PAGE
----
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Types of Transformer Windings: Cylindrical, Helical, Crossover & Disc Winding

Core and Windings of Three Phase Core Type Transformer

Different types of windings are used for different kinds of applications and arrangements. Windings are conductors wrapped in various forms like helical, disc, cylindrical, and crossover which generate MMF (Magnetomotive force) that is carried by the core to other windings for having different levels of voltages. Mainly there are two types of transformers:

  1. Core type transformer
  2. Shell type transformer
Fig. 1. Transformer

Fig. 1. Transformer

In the core type, we wrap the primary, and secondary windings on the outside limbs, and in the shell type, we place the primary and secondary windings on the inner limbs.

We use concentric-type windings in core-type transformers. We place low-voltage winding near the core. However, to reduce leakage reactance, windings can be interlaced. Winding for core type depends on many factors like current rating, short circuit withstands capacity, the limit of temperature rise, impedance, surge voltage, transport facilities, etc.

Types of Winding Used for Core Type Transformer

Cylindrical Windings

These windings are layered type and use a rectangular or round conductor shown in Fig.(a) and (b). The conductors are wound on flat sides shown in Fig.(c) and wound on the rib side in Fig.(d).

Fig. 2. Cylindrical Winding

Fig. 2. Cylindrical Winding

Uses of Cylindrical Windings

Cylindrical windings are low voltage windings used up to 6.6 kV for kVA up to 600-750, and current ratings between 10 to 600 A.

Fig. 3. Multi Layered Windings

Fig. 3. Multi Layered Windings

We often use cylindrical windings in its multi-layer forms. We use rectangular conductors in two-layered type because it is easy to secure the lead-out ends. Oil ducts separate the layers of the windings this arrangement facilitates the cooling through oil circulation in the winding.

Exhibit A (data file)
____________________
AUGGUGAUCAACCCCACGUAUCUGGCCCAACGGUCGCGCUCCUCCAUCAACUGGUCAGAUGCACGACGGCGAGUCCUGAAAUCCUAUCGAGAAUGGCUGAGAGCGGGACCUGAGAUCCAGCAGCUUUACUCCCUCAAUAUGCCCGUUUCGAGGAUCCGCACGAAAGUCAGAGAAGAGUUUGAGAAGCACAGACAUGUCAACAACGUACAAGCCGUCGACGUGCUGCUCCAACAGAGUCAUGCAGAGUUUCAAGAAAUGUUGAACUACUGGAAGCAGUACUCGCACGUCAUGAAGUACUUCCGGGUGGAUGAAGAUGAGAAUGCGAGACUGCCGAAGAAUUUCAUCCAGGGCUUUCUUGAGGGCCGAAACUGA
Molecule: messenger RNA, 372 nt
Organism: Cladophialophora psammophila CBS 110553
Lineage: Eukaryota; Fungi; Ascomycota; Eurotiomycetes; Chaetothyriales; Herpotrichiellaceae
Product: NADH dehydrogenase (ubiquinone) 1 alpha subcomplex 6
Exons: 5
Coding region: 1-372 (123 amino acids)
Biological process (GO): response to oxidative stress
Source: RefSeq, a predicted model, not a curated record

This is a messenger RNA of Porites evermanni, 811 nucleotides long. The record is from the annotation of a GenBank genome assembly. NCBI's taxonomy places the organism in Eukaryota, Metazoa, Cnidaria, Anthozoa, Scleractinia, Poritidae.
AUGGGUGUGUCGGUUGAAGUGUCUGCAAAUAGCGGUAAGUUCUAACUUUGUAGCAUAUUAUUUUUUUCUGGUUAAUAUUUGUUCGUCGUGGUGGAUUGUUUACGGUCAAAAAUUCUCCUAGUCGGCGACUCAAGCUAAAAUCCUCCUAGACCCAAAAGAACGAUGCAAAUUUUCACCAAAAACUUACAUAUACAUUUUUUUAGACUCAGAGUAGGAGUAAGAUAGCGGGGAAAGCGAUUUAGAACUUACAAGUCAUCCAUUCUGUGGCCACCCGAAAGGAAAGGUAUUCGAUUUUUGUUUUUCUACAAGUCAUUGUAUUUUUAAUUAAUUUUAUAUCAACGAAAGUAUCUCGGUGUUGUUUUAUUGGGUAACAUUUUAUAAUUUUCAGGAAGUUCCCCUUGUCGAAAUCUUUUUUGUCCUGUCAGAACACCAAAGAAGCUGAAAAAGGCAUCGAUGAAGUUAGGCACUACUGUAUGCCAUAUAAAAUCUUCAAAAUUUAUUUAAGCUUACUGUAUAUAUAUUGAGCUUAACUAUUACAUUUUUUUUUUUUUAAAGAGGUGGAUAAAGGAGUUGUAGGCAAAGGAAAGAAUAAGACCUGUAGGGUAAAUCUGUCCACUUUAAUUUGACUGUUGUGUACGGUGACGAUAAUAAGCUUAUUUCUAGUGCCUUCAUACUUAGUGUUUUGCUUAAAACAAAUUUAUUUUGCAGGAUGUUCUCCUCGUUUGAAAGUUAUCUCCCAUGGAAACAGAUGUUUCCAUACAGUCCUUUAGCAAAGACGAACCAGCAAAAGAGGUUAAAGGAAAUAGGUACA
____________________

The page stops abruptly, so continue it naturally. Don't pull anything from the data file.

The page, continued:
Fig. 4. Cylindrical Windings Using Circular Conductors

Fig. 4. Cylindrical Windings Using Circular Conductors

In multi-layered cylindrical windings, we use circular conductors, wound on vertical strips to improve cooling conditions. The arrangement creates oil ducts to facilitate better cooling. We use this types of winding for high voltage ratings up to 33 kV, 800 kVA and current ratings up to 80 A. The maximum diameter we use for a bare conductor is 4 mm.

Helical Windings

We use helical windings low voltage, high capacity transformers, where the current is higher, at the same time windings turns are lesser. The output of the transformer varies from 160 – 1000 kVA from 0.23-15 kV. To secure adequate mechanical strength the cross-sectional area of the strip not made less than 75-100 mm square. The maximum number of strips used in parallel to make up a conductor is 16.

There are three types:

  • Single Helical Winding
  • Double Helical Winding
  • Disc-Helical Winding

Single Helical Windings consist of winding in an axial direction along a screw line with an inclination. There is only one layer of turns in each winding. The advantage of Double Helical Winding is that it reduces eddy current loss in conductors. This is on account of the reduced number of parallel conductors situated in the radial direction.

Fig. 5. Single and Double Helical Winding

Fig. 5. Single and Double Helical Winding

In Disc-Helical Windings, the parallel-connected strips are placed side by side in a radial direction to occupy the total radial depth of winding.

Fig. 6. Disc Helical Windings

Fig. 6. Disc Helical Windings

Multi-layer Helical Winding

We use it commonly for high voltage ratings for 110 kV and above. These types of winding consist of several cylindrical layers concentrically wound and connected in series.